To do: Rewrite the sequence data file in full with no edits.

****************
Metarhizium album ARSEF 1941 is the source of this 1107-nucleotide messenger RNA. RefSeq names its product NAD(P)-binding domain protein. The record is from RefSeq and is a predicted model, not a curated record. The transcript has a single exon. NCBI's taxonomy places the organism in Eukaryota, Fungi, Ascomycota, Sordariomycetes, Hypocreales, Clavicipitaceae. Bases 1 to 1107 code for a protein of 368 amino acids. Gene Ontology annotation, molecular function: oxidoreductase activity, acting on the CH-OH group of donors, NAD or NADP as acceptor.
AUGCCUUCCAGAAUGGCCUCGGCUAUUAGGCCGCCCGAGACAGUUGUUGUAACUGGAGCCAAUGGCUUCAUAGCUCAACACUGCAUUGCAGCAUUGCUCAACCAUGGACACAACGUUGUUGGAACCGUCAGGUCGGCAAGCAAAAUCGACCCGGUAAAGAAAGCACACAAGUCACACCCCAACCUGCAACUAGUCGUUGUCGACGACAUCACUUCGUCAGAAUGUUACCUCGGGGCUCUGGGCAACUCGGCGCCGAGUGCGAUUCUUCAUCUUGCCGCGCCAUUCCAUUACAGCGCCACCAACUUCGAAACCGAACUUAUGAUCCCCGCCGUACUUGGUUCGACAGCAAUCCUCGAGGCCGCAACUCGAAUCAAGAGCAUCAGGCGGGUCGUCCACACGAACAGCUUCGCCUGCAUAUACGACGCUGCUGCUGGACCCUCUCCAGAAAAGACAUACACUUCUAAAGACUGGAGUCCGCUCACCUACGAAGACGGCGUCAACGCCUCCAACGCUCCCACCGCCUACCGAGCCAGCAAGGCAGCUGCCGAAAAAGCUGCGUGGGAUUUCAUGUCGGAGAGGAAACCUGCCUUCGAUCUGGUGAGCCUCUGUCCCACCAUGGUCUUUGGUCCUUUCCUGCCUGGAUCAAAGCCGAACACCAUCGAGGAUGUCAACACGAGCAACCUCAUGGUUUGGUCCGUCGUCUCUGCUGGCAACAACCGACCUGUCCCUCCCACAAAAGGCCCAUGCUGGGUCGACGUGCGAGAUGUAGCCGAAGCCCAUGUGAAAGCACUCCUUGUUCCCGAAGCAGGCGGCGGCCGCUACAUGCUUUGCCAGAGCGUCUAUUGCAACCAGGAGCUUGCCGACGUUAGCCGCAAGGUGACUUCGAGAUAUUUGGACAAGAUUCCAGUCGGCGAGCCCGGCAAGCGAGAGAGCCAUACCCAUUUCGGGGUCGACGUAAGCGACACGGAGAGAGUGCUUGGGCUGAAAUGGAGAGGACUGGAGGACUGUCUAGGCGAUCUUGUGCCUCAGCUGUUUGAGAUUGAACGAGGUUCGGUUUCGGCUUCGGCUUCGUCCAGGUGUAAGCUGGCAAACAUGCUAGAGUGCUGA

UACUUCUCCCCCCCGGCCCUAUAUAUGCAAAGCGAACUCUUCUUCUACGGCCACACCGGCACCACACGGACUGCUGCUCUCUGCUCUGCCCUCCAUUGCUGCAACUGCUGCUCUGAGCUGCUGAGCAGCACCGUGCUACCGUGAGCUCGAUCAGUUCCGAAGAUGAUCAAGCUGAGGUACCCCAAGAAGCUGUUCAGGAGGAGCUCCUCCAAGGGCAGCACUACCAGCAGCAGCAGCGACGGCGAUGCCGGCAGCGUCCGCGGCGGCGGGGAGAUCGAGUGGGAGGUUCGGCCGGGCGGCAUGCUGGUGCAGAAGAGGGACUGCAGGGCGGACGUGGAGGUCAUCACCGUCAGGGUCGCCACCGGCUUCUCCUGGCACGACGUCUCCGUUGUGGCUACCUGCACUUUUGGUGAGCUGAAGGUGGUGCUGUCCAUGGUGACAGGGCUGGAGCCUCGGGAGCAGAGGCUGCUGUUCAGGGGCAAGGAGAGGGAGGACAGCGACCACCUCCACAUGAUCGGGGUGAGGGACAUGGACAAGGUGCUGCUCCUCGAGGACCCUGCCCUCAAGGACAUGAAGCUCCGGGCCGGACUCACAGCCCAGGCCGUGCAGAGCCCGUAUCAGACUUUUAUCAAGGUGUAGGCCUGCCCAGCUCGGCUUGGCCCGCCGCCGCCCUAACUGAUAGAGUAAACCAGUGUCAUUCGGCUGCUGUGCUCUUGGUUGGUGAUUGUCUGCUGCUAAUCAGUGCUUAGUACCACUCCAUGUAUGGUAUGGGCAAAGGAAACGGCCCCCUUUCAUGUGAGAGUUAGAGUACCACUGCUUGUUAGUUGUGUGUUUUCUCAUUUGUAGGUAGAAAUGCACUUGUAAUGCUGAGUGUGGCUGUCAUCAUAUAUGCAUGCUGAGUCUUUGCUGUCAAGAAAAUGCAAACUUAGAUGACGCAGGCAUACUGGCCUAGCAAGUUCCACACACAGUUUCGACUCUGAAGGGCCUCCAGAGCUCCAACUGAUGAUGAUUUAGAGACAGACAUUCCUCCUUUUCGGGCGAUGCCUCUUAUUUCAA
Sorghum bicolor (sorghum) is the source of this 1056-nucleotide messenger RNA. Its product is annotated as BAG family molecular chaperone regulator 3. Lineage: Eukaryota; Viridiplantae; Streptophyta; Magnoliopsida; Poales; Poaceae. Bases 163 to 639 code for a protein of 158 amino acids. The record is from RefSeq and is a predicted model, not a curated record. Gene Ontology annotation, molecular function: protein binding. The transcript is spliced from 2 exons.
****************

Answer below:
Metarhizium album ARSEF 1941 is the source of this 1107-nucleotide messenger RNA. RefSeq names its product NAD(P)-binding domain protein. The record is from RefSeq and is a predicted model, not a curated record. The transcript has a single exon. NCBI's taxonomy places the organism in Eukaryota, Fungi, Ascomycota, Sordariomycetes, Hypocreales, Clavicipitaceae. Bases 1 to 1107 code for a protein of 368 amino acids. Gene Ontology annotation, molecular function: oxidoreductase activity, acting on the CH-OH group of donors, NAD or NADP as acceptor.
AUGCCUUCCAGAAUGGCCUCGGCUAUUAGGCCGCCCGAGACAGUUGUUGUAACUGGAGCCAAUGGCUUCAUAGCUCAACACUGCAUUGCAGCAUUGCUCAACCAUGGACACAACGUUGUUGGAACCGUCAGGUCGGCAAGCAAAAUCGACCCGGUAAAGAAAGCACACAAGUCACACCCCAACCUGCAACUAGUCGUUGUCGACGACAUCACUUCGUCAGAAUGUUACCUCGGGGCUCUGGGCAACUCGGCGCCGAGUGCGAUUCUUCAUCUUGCCGCGCCAUUCCAUUACAGCGCCACCAACUUCGAAACCGAACUUAUGAUCCCCGCCGUACUUGGUUCGACAGCAAUCCUCGAGGCCGCAACUCGAAUCAAGAGCAUCAGGCGGGUCGUCCACACGAACAGCUUCGCCUGCAUAUACGACGCUGCUGCUGGACCCUCUCCAGAAAAGACAUACACUUCUAAAGACUGGAGUCCGCUCACCUACGAAGACGGCGUCAACGCCUCCAACGCUCCCACCGCCUACCGAGCCAGCAAGGCAGCUGCCGAAAAAGCUGCGUGGGAUUUCAUGUCGGAGAGGAAACCUGCCUUCGAUCUGGUGAGCCUCUGUCCCACCAUGGUCUUUGGUCCUUUCCUGCCUGGAUCAAAGCCGAACACCAUCGAGGAUGUCAACACGAGCAACCUCAUGGUUUGGUCCGUCGUCUCUGCUGGCAACAACCGACCUGUCCCUCCCACAAAAGGCCCAUGCUGGGUCGACGUGCGAGAUGUAGCCGAAGCCCAUGUGAAAGCACUCCUUGUUCCCGAAGCAGGCGGCGGCCGCUACAUGCUUUGCCAGAGCGUCUAUUGCAACCAGGAGCUUGCCGACGUUAGCCGCAAGGUGACUUCGAGAUAUUUGGACAAGAUUCCAGUCGGCGAGCCCGGCAAGCGAGAGAGCCAUACCCAUUUCGGGGUCGACGUAAGCGACACGGAGAGAGUGCUUGGGCUGAAAUGGAGAGGACUGGAGGACUGUCUAGGCGAUCUUGUGCCUCAGCUGUUUGAGAUUGAACGAGGUUCGGUUUCGGCUUCGGCUUCGUCCAGGUGUAAGCUGGCAAACAUGCUAGAGUGCUGA

UACUUCUCCCCCCCGGCCCUAUAUAUGCAAAGCGAACUCUUCUUCUACGGCCACACCGGCACCACACGGACUGCUGCUCUCUGCUCUGCCCUCCAUUGCUGCAACUGCUGCUCUGAGCUGCUGAGCAGCACCGUGCUACCGUGAGCUCGAUCAGUUCCGAAGAUGAUCAAGCUGAGGUACCCCAAGAAGCUGUUCAGGAGGAGCUCCUCCAAGGGCAGCACUACCAGCAGCAGCAGCGACGGCGAUGCCGGCAGCGUCCGCGGCGGCGGGGAGAUCGAGUGGGAGGUUCGGCCGGGCGGCAUGCUGGUGCAGAAGAGGGACUGCAGGGCGGACGUGGAGGUCAUCACCGUCAGGGUCGCCACCGGCUUCUCCUGGCACGACGUCUCCGUUGUGGCUACCUGCACUUUUGGUGAGCUGAAGGUGGUGCUGUCCAUGGUGACAGGGCUGGAGCCUCGGGAGCAGAGGCUGCUGUUCAGGGGCAAGGAGAGGGAGGACAGCGACCACCUCCACAUGAUCGGGGUGAGGGACAUGGACAAGGUGCUGCUCCUCGAGGACCCUGCCCUCAAGGACAUGAAGCUCCGGGCCGGACUCACAGCCCAGGCCGUGCAGAGCCCGUAUCAGACUUUUAUCAAGGUGUAGGCCUGCCCAGCUCGGCUUGGCCCGCCGCCGCCCUAACUGAUAGAGUAAACCAGUGUCAUUCGGCUGCUGUGCUCUUGGUUGGUGAUUGUCUGCUGCUAAUCAGUGCUUAGUACCACUCCAUGUAUGGUAUGGGCAAAGGAAACGGCCCCCUUUCAUGUGAGAGUUAGAGUACCACUGCUUGUUAGUUGUGUGUUUUCUCAUUUGUAGGUAGAAAUGCACUUGUAAUGCUGAGUGUGGCUGUCAUCAUAUAUGCAUGCUGAGUCUUUGCUGUCAAGAAAAUGCAAACUUAGAUGACGCAGGCAUACUGGCCUAGCAAGUUCCACACACAGUUUCGACUCUGAAGGGCCUCCAGAGCUCCAACUGAUGAUGAUUUAGAGACAGACAUUCCUCCUUUUCGGGCGAUGCCUCUUAUUUCAA
Sorghum bicolor (sorghum) is the source of this 1056-nucleotide messenger RNA. Its product is annotated as BAG family molecular chaperone regulator 3. Lineage: Eukaryota; Viridiplantae; Streptophyta; Magnoliopsida; Poales; Poaceae. Bases 163 to 639 code for a protein of 158 amino acids. The record is from RefSeq and is a predicted model, not a curated record. Gene Ontology annotation, molecular function: protein binding. The transcript is spliced from 2 exons.